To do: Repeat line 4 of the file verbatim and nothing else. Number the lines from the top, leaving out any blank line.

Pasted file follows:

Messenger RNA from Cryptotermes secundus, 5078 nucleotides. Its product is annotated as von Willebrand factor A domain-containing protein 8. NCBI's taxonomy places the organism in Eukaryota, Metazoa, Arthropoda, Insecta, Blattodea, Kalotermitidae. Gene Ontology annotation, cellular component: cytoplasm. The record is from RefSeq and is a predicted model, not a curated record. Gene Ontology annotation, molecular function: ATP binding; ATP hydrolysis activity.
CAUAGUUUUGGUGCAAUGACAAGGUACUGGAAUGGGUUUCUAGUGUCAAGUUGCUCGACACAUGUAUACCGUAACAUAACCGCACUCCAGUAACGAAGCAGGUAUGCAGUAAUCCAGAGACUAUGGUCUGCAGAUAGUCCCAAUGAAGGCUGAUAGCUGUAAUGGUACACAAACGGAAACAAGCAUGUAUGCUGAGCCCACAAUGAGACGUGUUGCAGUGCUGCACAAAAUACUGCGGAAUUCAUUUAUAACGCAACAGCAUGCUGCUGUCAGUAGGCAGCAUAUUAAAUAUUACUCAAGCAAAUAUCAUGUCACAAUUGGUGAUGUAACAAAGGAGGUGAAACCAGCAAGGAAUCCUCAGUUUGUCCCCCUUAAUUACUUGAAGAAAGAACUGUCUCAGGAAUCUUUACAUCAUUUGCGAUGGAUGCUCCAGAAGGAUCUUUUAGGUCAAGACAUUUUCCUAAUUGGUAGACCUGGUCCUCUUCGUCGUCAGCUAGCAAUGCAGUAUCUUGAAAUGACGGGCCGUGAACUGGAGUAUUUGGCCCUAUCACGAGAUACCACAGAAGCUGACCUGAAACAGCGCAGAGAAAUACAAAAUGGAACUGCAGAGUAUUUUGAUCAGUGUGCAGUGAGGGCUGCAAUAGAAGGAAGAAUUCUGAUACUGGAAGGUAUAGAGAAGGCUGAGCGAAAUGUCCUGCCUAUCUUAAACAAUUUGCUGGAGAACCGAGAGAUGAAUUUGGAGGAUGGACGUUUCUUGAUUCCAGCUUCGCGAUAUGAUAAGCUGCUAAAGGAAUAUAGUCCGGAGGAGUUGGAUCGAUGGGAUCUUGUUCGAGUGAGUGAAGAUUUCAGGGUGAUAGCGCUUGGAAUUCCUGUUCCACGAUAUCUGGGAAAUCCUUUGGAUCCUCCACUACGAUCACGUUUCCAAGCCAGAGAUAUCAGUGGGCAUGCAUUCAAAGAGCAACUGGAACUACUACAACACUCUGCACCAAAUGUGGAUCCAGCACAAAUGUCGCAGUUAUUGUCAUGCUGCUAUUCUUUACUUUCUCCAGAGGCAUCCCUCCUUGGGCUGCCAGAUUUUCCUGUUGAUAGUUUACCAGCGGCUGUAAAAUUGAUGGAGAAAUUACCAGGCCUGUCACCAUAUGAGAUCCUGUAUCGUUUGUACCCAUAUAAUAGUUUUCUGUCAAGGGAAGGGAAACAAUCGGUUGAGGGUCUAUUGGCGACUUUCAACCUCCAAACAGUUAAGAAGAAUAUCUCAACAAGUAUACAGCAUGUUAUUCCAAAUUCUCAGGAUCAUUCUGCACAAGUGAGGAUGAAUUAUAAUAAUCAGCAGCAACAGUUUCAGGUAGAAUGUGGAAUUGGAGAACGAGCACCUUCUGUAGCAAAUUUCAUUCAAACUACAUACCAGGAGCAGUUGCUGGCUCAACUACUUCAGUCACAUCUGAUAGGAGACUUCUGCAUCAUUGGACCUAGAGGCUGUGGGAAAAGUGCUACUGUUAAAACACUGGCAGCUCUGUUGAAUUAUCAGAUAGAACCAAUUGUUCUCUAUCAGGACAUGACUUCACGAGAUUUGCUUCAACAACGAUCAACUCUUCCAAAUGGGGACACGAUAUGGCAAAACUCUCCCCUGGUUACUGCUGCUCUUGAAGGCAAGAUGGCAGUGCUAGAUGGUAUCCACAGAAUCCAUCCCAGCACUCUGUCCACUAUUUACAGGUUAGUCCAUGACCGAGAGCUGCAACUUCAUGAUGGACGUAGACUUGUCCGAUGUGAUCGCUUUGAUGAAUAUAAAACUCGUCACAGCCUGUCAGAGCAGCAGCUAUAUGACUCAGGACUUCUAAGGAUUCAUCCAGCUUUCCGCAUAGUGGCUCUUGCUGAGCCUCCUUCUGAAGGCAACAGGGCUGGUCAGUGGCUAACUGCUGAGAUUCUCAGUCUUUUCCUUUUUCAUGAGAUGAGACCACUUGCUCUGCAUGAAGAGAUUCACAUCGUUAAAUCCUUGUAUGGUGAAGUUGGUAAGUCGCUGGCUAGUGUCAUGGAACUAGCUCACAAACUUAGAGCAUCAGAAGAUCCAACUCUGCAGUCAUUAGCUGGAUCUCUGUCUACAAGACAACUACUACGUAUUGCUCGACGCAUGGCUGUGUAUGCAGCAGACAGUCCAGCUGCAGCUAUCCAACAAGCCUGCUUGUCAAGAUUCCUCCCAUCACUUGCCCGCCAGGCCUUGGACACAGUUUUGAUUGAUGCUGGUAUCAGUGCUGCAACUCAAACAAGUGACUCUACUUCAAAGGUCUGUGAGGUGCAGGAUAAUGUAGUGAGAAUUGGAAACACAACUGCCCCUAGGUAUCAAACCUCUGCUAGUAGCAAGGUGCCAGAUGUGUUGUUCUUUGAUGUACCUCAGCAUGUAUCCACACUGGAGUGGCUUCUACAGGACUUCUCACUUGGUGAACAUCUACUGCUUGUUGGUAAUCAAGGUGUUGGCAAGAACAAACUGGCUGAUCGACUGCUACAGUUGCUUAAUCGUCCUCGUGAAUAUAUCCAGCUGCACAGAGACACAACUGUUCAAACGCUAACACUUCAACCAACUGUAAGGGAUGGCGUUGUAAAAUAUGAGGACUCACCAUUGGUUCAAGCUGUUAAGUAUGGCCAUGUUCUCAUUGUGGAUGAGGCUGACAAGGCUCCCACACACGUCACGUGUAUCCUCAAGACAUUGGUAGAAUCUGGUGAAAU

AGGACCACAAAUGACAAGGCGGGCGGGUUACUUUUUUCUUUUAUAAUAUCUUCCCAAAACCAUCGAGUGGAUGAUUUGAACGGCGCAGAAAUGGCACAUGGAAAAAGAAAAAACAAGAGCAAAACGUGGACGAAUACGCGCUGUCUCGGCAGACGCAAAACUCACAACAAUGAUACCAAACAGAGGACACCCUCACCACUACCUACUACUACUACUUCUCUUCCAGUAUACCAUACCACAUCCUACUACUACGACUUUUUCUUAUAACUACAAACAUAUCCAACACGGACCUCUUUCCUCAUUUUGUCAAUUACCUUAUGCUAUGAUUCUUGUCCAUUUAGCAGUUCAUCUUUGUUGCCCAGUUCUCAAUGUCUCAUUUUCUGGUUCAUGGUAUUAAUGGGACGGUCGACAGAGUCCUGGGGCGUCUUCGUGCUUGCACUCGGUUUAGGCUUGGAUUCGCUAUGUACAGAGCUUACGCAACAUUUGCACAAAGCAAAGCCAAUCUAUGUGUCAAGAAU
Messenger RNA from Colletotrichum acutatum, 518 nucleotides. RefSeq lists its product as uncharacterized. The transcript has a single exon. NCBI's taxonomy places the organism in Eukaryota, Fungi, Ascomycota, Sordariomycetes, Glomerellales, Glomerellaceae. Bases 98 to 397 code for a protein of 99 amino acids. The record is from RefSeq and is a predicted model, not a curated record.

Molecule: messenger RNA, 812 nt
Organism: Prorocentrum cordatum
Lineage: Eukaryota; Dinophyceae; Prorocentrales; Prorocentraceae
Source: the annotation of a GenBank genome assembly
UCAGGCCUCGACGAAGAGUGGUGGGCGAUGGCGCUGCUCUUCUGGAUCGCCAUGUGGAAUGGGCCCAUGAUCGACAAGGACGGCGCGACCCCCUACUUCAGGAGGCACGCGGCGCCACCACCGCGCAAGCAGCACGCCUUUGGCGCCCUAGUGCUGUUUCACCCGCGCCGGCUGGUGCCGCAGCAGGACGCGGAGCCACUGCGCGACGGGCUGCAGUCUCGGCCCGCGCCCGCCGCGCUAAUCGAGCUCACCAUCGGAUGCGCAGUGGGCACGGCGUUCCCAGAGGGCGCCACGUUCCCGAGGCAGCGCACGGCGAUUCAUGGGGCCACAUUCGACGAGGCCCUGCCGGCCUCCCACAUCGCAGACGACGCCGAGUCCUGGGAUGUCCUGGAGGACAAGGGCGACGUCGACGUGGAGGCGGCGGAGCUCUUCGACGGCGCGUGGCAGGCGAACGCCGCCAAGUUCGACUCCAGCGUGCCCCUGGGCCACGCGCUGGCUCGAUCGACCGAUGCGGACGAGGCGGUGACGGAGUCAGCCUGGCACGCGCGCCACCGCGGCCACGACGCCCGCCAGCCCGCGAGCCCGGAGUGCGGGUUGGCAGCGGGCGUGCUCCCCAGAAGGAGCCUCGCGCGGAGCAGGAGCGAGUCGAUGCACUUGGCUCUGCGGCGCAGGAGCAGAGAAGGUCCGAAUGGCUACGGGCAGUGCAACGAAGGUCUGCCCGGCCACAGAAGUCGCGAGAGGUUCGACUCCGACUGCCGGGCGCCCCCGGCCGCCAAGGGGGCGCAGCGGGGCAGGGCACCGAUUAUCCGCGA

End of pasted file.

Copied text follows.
Messenger RNA from Colletotrichum acutatum, 518 nucleotides. RefSeq lists its product as uncharacterized. The transcript has a single exon. NCBI's taxonomy places the organism in Eukaryota, Fungi, Ascomycota, Sordariomycetes, Glomerellales, Glomerellaceae. Bases 98 to 397 code for a protein of 99 amino acids. The record is from RefSeq and is a predicted model, not a curated record.